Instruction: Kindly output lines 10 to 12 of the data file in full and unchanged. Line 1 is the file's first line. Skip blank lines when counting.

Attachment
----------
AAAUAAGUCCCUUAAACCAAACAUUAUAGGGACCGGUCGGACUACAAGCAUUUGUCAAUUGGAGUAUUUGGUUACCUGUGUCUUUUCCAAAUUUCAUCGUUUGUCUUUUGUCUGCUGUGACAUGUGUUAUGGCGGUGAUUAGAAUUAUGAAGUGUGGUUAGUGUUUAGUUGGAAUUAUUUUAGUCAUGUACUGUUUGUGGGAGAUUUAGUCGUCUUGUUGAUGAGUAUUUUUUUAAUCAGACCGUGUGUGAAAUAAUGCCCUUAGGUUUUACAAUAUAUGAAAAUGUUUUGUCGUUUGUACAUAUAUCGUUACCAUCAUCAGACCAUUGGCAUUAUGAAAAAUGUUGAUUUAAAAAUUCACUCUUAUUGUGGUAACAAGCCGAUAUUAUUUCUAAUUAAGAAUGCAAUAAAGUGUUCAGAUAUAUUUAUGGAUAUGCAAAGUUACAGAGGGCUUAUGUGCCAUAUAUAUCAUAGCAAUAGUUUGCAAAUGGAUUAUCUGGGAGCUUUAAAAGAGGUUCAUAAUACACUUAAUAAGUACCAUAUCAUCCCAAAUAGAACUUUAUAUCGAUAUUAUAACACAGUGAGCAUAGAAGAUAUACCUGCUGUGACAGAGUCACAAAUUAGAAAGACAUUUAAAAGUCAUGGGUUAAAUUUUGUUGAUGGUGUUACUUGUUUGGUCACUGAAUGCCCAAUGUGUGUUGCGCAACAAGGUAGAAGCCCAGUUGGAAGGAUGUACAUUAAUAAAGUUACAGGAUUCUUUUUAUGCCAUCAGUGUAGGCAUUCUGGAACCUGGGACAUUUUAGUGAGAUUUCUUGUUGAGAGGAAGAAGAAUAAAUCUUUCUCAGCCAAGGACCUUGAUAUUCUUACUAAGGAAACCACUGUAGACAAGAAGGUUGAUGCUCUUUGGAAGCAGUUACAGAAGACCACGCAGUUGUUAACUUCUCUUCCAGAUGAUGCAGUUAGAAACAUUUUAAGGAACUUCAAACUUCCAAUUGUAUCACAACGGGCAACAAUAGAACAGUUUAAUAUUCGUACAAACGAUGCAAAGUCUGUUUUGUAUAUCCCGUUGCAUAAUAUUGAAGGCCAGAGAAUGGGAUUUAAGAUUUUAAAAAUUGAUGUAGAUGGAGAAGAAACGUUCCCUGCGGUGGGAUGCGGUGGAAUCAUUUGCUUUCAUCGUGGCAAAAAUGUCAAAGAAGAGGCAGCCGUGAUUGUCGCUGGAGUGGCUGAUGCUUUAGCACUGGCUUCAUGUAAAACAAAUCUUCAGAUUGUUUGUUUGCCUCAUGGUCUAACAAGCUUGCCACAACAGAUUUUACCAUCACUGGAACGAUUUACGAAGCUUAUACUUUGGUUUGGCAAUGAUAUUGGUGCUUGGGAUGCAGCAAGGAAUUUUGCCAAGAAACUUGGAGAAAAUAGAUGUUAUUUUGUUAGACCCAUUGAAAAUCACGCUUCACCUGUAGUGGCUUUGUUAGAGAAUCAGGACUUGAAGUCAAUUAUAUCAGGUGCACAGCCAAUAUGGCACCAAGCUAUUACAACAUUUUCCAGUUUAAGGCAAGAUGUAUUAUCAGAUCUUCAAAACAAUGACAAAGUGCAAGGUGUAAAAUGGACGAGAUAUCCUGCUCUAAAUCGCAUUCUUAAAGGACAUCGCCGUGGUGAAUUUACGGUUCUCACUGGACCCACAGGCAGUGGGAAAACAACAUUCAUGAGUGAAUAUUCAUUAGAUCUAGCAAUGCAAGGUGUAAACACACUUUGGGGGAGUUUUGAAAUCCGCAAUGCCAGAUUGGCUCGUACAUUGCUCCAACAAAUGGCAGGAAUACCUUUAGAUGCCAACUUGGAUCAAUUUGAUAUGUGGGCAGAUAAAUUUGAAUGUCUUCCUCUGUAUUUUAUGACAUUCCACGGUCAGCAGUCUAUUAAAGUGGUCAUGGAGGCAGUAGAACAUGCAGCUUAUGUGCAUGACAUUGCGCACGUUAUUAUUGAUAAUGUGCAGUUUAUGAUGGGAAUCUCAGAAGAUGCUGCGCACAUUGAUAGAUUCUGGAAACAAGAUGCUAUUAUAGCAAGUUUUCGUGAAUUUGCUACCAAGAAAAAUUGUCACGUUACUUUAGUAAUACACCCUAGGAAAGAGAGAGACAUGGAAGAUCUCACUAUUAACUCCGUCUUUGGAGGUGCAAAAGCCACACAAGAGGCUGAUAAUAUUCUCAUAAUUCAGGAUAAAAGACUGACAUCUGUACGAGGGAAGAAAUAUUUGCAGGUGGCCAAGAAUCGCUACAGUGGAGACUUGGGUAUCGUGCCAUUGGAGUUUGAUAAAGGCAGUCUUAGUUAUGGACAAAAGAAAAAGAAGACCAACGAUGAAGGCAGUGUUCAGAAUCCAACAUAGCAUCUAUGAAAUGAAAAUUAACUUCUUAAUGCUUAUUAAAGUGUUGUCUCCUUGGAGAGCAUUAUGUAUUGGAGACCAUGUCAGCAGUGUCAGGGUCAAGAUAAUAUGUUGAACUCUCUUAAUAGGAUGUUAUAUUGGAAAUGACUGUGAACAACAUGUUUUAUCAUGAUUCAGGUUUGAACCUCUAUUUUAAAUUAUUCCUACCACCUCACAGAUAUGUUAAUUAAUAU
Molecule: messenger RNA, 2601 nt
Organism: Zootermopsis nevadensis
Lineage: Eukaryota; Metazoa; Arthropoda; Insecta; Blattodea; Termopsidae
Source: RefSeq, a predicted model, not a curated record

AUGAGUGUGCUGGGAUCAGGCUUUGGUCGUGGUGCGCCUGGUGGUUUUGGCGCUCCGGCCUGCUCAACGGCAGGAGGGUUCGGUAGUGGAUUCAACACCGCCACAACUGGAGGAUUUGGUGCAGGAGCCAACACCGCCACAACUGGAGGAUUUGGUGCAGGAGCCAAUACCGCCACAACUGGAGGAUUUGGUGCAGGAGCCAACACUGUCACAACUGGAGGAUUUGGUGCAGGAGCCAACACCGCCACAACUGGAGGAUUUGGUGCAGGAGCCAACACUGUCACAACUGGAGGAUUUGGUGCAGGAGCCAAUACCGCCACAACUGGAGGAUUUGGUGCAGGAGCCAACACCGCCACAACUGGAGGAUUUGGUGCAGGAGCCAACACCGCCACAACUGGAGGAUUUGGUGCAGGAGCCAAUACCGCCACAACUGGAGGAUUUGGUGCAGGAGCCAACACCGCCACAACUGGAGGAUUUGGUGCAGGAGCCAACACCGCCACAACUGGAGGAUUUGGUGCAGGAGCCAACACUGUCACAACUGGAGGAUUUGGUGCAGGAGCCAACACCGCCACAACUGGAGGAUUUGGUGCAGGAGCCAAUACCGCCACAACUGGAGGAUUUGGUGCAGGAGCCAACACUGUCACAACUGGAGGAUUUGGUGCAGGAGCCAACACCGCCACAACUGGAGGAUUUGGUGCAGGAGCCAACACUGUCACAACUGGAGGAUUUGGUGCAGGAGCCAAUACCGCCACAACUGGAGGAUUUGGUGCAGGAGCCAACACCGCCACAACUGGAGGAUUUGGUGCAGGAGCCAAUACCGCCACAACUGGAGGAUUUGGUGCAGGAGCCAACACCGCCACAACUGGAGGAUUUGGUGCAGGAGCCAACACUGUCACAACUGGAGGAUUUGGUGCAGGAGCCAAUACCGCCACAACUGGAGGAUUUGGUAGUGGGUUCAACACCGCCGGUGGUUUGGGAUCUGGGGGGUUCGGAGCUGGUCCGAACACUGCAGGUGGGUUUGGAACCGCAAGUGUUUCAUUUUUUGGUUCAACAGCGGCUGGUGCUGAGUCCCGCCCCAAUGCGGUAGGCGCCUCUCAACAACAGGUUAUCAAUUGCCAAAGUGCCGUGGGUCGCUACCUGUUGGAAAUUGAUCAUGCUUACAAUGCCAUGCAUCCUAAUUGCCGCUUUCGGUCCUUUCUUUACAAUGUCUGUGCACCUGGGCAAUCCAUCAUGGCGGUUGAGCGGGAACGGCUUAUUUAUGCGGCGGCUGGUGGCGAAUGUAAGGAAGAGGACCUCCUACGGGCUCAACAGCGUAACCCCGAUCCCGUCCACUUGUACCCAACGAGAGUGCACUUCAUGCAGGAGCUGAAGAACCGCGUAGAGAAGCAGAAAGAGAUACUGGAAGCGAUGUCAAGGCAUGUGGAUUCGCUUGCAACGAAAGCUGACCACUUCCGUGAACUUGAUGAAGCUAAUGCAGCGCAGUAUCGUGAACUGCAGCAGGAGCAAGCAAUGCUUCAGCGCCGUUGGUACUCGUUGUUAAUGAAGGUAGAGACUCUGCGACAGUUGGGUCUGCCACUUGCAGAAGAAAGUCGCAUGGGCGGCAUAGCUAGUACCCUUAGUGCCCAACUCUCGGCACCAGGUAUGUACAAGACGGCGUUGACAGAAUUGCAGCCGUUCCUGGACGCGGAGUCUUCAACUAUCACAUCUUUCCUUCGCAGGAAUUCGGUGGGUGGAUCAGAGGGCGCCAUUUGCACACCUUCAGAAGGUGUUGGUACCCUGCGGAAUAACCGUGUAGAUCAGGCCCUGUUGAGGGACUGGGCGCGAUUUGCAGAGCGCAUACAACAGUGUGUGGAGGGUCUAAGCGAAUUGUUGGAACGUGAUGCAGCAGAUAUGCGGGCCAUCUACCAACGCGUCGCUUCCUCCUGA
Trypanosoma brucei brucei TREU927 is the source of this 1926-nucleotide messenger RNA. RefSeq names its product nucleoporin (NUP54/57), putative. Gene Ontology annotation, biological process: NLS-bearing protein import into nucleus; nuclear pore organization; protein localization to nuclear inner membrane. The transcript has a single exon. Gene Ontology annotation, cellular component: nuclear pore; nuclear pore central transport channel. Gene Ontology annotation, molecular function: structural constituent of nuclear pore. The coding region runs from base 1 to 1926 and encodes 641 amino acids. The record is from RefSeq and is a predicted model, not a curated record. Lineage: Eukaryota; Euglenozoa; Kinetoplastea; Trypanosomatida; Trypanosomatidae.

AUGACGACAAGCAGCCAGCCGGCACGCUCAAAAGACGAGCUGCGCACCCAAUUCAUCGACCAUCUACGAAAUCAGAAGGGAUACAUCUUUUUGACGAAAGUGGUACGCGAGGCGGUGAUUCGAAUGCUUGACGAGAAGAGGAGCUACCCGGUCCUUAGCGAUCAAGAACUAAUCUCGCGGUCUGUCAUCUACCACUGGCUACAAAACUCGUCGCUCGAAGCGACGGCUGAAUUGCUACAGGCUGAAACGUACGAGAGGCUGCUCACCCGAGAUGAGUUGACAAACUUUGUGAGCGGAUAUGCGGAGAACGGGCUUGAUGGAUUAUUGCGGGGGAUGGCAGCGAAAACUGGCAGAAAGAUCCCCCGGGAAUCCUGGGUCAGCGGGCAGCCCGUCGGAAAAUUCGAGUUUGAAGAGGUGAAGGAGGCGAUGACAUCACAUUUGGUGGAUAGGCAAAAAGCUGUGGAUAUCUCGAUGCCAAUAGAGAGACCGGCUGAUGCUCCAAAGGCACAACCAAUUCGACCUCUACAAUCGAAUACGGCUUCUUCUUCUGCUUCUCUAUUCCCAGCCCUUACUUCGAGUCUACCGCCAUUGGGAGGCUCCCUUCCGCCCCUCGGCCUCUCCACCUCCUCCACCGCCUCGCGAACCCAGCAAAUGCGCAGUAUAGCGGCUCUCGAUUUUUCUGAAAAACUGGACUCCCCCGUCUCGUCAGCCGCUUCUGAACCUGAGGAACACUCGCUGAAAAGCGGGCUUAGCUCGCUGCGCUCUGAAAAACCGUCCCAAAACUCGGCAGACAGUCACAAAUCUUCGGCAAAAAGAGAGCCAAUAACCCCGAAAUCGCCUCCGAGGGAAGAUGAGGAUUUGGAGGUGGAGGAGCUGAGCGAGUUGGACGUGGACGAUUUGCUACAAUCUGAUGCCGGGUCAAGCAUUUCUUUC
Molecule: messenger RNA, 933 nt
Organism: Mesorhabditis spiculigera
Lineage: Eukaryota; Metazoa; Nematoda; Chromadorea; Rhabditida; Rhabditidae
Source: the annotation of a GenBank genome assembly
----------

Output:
Organism: Mesorhabditis spiculigera
Lineage: Eukaryota; Metazoa; Nematoda; Chromadorea; Rhabditida; Rhabditidae
Source: the annotation of a GenBank genome assembly